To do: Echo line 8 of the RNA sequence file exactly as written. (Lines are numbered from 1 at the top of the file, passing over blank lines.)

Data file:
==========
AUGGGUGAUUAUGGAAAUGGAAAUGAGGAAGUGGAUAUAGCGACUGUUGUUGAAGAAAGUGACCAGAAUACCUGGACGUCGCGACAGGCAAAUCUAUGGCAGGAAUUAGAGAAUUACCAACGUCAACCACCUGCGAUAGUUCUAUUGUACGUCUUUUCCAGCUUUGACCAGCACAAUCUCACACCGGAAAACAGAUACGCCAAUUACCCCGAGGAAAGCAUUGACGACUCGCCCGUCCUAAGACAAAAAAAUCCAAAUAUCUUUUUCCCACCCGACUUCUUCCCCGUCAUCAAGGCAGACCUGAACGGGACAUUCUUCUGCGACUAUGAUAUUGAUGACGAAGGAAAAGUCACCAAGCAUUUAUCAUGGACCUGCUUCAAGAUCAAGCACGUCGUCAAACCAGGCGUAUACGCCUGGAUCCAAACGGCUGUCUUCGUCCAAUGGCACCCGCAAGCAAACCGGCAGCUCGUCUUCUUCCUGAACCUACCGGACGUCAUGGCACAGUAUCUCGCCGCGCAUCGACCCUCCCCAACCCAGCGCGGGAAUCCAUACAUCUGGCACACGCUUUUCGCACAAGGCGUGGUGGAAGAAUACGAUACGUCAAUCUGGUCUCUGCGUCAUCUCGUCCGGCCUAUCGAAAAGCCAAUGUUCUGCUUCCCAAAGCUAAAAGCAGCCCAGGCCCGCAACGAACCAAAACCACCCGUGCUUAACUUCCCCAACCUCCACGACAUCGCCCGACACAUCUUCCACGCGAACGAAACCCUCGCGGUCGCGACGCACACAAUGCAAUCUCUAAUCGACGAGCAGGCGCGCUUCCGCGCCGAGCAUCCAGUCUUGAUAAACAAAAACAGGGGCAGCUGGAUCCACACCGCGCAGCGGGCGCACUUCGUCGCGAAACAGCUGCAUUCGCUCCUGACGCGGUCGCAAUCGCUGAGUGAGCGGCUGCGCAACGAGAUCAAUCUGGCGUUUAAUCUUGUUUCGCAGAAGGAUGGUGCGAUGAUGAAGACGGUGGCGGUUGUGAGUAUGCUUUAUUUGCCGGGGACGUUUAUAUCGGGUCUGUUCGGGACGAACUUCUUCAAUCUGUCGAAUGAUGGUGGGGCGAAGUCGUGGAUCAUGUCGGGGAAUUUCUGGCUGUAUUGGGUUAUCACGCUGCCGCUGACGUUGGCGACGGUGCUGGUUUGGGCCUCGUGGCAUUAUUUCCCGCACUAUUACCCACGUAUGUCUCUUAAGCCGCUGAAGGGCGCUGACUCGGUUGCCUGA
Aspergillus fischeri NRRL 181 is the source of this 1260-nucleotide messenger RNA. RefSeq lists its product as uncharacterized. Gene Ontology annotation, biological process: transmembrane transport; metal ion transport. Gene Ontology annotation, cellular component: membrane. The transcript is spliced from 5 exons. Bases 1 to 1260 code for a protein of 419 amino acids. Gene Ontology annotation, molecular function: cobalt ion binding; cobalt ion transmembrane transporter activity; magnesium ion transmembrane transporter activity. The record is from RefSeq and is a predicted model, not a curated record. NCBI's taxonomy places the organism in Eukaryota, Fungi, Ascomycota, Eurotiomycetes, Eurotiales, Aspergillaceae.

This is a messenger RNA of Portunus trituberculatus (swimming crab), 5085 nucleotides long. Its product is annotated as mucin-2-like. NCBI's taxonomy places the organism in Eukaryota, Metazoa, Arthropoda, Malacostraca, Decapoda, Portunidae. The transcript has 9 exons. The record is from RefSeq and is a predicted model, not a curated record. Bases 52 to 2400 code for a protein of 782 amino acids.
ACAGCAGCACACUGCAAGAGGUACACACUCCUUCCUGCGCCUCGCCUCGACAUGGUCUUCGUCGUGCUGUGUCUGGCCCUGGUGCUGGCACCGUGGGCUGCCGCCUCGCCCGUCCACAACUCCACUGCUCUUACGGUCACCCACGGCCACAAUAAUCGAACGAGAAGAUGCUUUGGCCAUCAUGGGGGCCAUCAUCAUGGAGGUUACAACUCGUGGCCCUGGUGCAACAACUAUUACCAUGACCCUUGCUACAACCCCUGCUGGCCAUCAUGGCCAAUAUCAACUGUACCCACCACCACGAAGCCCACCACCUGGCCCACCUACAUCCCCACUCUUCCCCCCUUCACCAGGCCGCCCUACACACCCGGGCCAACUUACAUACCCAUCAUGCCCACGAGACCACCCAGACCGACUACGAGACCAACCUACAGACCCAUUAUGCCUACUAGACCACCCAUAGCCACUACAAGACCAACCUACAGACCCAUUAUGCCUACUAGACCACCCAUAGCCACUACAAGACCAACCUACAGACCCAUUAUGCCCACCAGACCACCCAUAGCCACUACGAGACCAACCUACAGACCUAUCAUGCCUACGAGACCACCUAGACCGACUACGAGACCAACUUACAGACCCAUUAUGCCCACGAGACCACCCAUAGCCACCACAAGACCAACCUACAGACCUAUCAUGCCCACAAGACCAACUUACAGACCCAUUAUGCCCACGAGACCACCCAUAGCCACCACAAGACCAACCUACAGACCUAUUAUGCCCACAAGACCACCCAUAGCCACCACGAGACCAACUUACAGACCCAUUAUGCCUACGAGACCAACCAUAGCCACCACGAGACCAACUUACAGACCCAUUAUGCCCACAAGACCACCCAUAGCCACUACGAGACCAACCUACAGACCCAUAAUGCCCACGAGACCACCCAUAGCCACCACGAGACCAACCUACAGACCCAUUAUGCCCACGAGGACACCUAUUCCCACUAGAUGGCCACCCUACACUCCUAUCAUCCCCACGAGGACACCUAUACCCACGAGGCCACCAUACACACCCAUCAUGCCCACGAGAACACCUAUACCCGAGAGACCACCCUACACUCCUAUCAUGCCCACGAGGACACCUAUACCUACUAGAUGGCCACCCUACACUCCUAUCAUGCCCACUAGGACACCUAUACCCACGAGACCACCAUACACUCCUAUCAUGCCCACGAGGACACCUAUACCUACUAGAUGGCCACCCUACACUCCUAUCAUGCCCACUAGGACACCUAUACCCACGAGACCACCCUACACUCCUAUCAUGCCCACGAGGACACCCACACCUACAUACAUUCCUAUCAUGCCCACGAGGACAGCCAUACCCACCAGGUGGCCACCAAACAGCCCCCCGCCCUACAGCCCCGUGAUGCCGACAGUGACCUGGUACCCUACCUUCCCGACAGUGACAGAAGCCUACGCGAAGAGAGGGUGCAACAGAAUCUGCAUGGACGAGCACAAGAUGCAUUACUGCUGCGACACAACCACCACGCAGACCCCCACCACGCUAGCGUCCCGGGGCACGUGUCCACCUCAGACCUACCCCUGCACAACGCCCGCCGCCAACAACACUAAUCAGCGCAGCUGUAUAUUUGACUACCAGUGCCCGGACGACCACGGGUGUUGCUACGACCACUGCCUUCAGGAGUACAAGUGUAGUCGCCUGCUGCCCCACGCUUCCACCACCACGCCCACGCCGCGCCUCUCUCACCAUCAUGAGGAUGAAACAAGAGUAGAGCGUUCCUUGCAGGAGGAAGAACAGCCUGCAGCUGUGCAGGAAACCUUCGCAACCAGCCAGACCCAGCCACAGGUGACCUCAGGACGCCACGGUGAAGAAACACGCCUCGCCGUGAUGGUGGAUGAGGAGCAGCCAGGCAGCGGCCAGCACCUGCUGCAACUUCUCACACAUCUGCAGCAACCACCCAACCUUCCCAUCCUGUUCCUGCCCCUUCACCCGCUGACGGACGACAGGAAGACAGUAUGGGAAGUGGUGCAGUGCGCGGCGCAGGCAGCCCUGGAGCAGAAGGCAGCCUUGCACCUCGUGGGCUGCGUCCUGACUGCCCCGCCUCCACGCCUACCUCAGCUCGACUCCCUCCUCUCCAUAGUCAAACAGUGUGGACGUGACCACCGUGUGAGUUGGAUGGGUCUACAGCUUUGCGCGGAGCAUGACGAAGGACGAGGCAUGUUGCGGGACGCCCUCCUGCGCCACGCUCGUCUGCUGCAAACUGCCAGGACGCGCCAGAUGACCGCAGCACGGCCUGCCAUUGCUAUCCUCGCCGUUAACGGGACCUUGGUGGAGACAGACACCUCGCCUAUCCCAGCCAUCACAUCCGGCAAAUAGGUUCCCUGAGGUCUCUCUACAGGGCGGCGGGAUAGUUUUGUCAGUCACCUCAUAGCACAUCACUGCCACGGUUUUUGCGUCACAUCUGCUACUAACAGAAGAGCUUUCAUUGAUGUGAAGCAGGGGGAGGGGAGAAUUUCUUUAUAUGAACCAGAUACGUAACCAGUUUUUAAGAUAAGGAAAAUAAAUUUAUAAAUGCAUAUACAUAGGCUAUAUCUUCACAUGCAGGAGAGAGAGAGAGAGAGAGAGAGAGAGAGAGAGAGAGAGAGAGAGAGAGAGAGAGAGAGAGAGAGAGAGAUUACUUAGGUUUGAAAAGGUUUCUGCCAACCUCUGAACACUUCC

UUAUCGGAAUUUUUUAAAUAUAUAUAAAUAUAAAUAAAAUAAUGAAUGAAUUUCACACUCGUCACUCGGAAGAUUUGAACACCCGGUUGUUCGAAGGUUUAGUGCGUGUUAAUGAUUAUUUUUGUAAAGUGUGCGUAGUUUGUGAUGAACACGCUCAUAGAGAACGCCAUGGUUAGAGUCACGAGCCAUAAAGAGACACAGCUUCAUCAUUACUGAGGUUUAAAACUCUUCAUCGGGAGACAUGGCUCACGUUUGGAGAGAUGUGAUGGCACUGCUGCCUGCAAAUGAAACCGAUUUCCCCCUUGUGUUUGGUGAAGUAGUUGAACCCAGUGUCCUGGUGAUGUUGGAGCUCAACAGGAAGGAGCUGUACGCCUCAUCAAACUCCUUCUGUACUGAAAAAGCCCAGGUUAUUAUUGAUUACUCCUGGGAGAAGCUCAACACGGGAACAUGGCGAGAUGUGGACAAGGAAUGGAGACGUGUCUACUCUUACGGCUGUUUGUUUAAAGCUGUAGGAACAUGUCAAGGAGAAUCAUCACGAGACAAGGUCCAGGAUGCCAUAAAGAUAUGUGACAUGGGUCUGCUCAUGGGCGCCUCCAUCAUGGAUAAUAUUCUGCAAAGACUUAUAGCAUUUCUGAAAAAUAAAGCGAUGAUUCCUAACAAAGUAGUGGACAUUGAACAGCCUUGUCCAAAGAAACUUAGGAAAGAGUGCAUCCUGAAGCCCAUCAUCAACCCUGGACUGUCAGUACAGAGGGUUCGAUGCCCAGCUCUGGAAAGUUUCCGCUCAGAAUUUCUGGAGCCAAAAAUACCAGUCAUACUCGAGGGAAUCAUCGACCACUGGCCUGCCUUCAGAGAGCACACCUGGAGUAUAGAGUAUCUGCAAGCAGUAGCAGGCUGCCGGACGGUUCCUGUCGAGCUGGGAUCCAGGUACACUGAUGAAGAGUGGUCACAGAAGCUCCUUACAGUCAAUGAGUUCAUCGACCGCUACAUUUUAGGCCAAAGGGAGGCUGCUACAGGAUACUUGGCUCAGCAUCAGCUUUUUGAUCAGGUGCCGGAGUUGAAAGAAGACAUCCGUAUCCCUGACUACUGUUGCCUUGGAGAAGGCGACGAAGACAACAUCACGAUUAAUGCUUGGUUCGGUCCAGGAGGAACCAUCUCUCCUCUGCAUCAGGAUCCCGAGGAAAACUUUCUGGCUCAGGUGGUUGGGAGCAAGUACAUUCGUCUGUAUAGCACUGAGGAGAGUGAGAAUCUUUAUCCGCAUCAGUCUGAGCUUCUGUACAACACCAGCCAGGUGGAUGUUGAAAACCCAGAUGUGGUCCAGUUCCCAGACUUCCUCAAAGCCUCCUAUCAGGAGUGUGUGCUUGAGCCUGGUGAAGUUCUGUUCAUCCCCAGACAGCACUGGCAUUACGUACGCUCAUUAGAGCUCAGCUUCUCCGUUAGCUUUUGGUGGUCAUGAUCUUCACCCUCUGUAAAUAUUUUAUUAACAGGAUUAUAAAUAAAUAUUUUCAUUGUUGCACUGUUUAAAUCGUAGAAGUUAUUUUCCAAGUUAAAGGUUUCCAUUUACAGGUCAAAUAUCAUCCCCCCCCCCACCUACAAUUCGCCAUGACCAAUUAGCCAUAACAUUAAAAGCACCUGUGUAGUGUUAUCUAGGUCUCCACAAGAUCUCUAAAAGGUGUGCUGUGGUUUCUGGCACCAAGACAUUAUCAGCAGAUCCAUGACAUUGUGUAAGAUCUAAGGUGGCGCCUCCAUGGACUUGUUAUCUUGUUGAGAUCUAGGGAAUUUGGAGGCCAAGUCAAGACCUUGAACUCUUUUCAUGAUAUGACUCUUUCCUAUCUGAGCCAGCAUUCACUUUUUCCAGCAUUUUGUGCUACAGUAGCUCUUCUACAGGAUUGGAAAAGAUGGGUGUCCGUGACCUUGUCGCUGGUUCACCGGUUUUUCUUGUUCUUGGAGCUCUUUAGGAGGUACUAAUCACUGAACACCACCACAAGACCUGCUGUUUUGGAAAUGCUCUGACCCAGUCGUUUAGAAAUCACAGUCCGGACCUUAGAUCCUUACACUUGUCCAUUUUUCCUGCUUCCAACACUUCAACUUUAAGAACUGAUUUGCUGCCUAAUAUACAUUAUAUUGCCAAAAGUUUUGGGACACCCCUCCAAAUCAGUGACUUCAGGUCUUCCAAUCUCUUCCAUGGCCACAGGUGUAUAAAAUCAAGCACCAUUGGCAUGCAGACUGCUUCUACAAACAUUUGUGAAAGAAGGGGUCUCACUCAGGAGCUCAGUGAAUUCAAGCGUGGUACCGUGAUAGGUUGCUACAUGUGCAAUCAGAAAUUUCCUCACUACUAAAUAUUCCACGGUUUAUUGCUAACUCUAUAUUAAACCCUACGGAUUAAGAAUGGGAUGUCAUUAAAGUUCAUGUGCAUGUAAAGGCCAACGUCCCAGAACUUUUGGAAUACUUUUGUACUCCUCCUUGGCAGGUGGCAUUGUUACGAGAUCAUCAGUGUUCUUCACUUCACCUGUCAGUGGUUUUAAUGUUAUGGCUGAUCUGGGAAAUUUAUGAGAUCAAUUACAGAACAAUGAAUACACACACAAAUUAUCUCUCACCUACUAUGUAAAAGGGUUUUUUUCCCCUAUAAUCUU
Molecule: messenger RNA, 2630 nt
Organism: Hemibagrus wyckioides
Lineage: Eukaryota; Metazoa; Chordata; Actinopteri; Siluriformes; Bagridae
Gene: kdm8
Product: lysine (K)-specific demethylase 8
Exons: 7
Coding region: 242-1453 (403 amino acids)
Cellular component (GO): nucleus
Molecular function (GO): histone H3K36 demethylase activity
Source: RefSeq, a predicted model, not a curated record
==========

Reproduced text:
Lineage: Eukaryota; Metazoa; Chordata; Actinopteri; Siluriformes; Bagridae